It is a wonderful thrill to sit down with the new cello after it is in tune and discover what all that wood, varnish, and hundreds of decisions sounds like. With this particular cello, I was immediately aware of how light weight the cello feels. It is important to remember that a cello is fairly large as an acoustical chamber and receives fairly substantial stress loading from the strings. There will be some formative settling and stretching taking place over the next few days as the structure begins to settle in to its reaction to these new stress loads. Until those have happened, assessing its sound is not unlike assessing a cake right out of the oven before it has fallen and settled as it cools.
So it’s not unusual to find the very first voice to be somewhat less representative of the cello’s full potential for the first few days. Still, it’s hard ot not taste the wine before it’s ready, “just to see”. And in many cases, instruments will excede those diminished expectations and start out with considerable poise and apparent maturity almost right away. While not getting it is not really a negative thing, getting the roar almost right off is definitely a plus!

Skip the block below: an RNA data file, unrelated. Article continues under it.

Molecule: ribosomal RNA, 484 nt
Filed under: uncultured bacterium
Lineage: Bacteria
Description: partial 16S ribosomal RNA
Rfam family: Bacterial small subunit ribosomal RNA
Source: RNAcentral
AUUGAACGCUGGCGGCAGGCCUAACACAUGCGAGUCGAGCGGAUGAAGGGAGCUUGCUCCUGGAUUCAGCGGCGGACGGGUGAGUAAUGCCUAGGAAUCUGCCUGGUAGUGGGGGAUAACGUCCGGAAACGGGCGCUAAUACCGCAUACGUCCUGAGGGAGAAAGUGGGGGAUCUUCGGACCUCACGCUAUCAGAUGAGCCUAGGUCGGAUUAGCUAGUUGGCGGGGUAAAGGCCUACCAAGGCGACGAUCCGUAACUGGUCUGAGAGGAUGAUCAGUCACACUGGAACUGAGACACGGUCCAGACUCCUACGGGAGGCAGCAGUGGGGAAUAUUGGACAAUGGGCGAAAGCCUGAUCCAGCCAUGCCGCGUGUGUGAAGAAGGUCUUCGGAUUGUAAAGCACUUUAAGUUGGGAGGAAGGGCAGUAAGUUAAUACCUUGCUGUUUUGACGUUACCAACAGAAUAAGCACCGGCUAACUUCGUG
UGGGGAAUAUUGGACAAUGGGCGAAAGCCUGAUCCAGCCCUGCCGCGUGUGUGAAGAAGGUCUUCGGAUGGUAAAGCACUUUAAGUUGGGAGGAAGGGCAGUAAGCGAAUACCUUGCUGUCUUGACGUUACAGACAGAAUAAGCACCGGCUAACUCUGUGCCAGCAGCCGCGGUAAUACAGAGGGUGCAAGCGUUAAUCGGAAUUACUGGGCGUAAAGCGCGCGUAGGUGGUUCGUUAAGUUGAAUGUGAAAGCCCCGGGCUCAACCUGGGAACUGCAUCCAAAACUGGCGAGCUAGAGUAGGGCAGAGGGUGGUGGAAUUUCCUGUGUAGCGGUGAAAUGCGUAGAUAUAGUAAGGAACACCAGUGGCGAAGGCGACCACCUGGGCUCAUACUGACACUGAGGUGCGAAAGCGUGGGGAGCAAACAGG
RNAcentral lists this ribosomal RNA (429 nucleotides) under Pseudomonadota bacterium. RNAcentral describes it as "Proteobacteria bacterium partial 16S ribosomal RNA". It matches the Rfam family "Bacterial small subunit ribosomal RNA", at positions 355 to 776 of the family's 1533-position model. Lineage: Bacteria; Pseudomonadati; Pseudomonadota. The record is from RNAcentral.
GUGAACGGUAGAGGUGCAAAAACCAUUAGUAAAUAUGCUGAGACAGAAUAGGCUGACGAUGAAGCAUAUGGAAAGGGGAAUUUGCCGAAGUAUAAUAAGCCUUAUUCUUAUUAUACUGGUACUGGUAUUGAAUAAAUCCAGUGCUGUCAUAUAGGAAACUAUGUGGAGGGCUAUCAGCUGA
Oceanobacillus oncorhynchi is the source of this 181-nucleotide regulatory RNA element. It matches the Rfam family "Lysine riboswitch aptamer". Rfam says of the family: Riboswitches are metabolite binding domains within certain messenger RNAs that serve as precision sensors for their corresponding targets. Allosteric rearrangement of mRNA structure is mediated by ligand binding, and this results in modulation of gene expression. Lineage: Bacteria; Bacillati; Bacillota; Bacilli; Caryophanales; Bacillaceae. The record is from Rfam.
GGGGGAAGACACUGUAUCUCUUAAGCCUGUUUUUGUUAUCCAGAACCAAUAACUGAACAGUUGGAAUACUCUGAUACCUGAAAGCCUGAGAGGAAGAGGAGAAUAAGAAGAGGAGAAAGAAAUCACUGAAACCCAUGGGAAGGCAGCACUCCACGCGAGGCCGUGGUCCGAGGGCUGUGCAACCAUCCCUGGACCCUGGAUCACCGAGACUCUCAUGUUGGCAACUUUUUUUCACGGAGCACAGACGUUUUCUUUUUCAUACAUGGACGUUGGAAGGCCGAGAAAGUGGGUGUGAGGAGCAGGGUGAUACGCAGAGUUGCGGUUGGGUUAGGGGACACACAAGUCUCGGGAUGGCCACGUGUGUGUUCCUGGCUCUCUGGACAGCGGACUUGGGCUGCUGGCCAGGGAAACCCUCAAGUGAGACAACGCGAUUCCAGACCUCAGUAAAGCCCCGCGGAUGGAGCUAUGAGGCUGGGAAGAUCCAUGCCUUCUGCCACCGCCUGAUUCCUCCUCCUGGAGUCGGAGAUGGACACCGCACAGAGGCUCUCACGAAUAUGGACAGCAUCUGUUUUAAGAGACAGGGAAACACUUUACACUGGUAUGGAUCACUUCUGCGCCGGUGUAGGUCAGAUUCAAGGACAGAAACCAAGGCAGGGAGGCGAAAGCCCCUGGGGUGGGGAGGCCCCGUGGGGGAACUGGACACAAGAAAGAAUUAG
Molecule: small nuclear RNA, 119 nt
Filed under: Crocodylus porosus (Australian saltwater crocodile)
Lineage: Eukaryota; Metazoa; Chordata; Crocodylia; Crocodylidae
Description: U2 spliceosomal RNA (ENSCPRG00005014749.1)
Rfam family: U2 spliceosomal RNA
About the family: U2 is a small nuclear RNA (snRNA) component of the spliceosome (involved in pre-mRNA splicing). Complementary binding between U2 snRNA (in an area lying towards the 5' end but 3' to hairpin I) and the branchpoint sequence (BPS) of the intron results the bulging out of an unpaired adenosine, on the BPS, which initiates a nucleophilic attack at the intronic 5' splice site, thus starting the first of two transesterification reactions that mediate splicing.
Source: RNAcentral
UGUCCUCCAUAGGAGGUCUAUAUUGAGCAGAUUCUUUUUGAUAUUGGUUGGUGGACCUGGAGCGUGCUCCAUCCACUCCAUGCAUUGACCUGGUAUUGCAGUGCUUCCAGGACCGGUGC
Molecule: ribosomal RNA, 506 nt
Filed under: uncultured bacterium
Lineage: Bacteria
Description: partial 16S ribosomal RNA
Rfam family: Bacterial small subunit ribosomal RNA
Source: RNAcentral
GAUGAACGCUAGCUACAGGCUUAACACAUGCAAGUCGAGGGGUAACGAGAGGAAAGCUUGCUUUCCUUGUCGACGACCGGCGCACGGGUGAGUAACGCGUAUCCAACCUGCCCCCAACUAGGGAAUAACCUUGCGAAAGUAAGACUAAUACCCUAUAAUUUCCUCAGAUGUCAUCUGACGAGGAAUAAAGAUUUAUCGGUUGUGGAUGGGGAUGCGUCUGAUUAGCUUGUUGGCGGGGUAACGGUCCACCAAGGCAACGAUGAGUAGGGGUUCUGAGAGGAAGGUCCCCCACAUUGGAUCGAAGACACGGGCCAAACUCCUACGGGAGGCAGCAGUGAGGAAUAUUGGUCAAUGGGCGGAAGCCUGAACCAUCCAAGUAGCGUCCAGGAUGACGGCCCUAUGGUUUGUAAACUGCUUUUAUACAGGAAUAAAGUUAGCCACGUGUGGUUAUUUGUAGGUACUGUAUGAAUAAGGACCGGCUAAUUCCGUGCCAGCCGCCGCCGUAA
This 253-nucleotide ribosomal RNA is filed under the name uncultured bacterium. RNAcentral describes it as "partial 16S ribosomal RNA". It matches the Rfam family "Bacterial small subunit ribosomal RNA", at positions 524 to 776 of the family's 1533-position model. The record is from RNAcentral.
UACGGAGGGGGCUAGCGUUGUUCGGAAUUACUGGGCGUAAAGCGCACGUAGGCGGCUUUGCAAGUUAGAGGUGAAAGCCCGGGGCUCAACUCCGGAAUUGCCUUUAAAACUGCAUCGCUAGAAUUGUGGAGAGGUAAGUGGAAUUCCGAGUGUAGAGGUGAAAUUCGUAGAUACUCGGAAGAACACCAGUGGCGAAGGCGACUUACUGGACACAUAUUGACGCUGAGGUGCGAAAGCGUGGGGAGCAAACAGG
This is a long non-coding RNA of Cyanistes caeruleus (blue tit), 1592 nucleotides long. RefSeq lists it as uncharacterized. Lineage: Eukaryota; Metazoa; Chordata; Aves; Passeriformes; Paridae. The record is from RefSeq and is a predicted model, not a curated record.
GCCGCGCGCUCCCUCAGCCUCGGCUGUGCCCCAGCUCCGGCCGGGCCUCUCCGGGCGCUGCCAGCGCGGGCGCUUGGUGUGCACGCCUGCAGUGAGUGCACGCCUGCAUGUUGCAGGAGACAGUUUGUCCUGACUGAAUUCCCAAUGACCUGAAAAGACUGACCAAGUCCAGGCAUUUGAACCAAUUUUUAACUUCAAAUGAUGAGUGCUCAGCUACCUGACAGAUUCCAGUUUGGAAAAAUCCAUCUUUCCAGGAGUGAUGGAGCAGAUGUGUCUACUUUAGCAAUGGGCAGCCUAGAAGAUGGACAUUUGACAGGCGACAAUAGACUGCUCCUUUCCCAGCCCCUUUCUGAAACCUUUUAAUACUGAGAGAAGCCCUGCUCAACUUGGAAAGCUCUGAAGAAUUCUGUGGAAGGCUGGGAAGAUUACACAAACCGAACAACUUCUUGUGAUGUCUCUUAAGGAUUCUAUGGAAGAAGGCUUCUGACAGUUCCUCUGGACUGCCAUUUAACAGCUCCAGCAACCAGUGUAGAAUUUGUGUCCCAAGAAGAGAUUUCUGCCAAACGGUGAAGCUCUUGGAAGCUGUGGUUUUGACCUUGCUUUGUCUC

When I played this new cello, it sounded very deep and full. Its response was surprisingly easy. It has edge and clarity and the A string feels turbocharged. But it sounds a little uneven. I dont even care yet. I put on Tungsten C mittel, G tungsten stark, Permanente D solo, and Jargar A stark. It sounds very strong everywhere. It feels flexible. Overall, I’m very gratified that this cello, in its first hour, offers enough raw potential to keep it in good stead. Mainly, I’m very glad it’s done!